(BCN) — A group of Silicon Valley investors behind a land acquisition company called Flannery Associates LLC launched a website Thursday previewing plans for building a new city in Solano County, days after California lawmakers at the state and federal level urged more transparency from the company.

The California state Senate’s agriculture committee held a hearing Tuesday that covered threats to California’s agriculture industry and heard testimony on the land acquisitions, which have included 400 parcels bought up over the last five years by a company that had no identifiable officers or investors.

Flannery Associates has bought 55,000 acres of land since 2018, much of it owned by family farmers, but investors in the company remained hidden because it was registered in Delaware, which does not require a corporation’s officers to be public.

Rendering: California Forever

“Just last week, Aug. 22, Flannery Associates finally revealed, after five years, their plan to use an initiative to override local zoning that protects Travis Air Force Base and the farmers, in order to build a mega-city east of Fairfield,” said U.S. Rep. John Garamendi, D-Fairfield, who testified during the state hearing.

Garamendi said that the company spent $800 million to buy land in the county and resorted to using legal tactics against reluctant residents.

“Flannery Associates is using secrecy, bullying and mobster tactics to force generational farm families to sell,” he said.

Rendering: California Forever

The company filed a federal lawsuit in May against several families that it contends colluded to drive up the price of their land. Brian Brokaw, a spokesman for Flannery Associates, did not address Garamendi’s comments when asked for a response, but said in a statement on behalf of the company:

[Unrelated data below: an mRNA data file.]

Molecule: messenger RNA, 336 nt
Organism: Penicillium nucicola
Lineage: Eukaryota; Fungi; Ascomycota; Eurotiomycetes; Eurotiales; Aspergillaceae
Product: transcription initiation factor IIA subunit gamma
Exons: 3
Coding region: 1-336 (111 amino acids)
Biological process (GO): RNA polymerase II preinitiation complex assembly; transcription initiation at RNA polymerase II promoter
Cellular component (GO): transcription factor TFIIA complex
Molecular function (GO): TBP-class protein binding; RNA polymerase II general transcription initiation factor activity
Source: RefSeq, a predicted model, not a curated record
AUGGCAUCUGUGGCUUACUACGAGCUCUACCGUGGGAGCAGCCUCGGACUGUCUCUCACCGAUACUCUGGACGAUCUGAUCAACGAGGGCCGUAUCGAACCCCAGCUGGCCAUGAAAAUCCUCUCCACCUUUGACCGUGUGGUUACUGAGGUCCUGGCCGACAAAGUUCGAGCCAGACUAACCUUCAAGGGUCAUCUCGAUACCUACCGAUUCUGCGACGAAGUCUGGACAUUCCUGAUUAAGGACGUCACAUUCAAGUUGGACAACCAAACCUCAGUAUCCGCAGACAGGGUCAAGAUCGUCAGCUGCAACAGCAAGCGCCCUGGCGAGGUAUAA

“We’re pleased to be engaged in productive discussions with local leaders about our vision to deliver good-paying jobs, affordable housing, walkable communities, and open space to Solano County. Our team is working closely with the community and local leaders to craft a shared vision for Solano County’s future.”

U.S. Rep. Mike Thompson, D-St. Helena, said in a statement Wednesday that he had met with one of the founders of Flannery Associates on Tuesday but was left with the impression that the group did not have a specific plan for the land that has been acquired over the last five years.

Rendering: California Forever

“The secrecy under which they operated caused consternation and concern from residents, local elected officials, and federal agencies, and while they explained their rationale, I do not believe the secrecy was necessary,” Thompson said.

Thompson urged the group to work with local leaders and residents rather than keep them guessing.

“Solano County is a tight-knit community, and it is going to be a long road for Flannery to restore trust and move forward with their proposed vision,” Thompson said.

Thompson’s office did not respond to a request to identify the founder with whom he met, but Brokaw confirmed it was the group’s CEO Jan Sramek, a former Goldman Sachs trader.

The company on Thursday publicly announced the website for California Forever. It claims California Forever is the parent company of Flannery Associates and lists other investors as “Marc Andreessen, Patrick and John Collison, Chris Dixon, John Doerr, Nat Friedman, Daniel Gross, Reid Hoffman, Michael Moritz, Laurene Powell Jobs, and the California investment firm Andreessen Horowitz.”

Rendering: California Forever

Brokaw said Sramek and others planned to continue to meet with local elected officials and community members over the next few weeks. The company says on its website that it operated in secrecy for five years because it wanted to “avoid creating a rush of reckless short-term land speculation.”

The company confirmed its plan to put its idea of building a population center in eastern Solano County to a vote, but it did not specify when. A 2008 Solano County amendment to its master plan limits urban growth outside of incorporated cities, among other restrictions, so any changes like the ones proposed by the company would have to be approved by voters.

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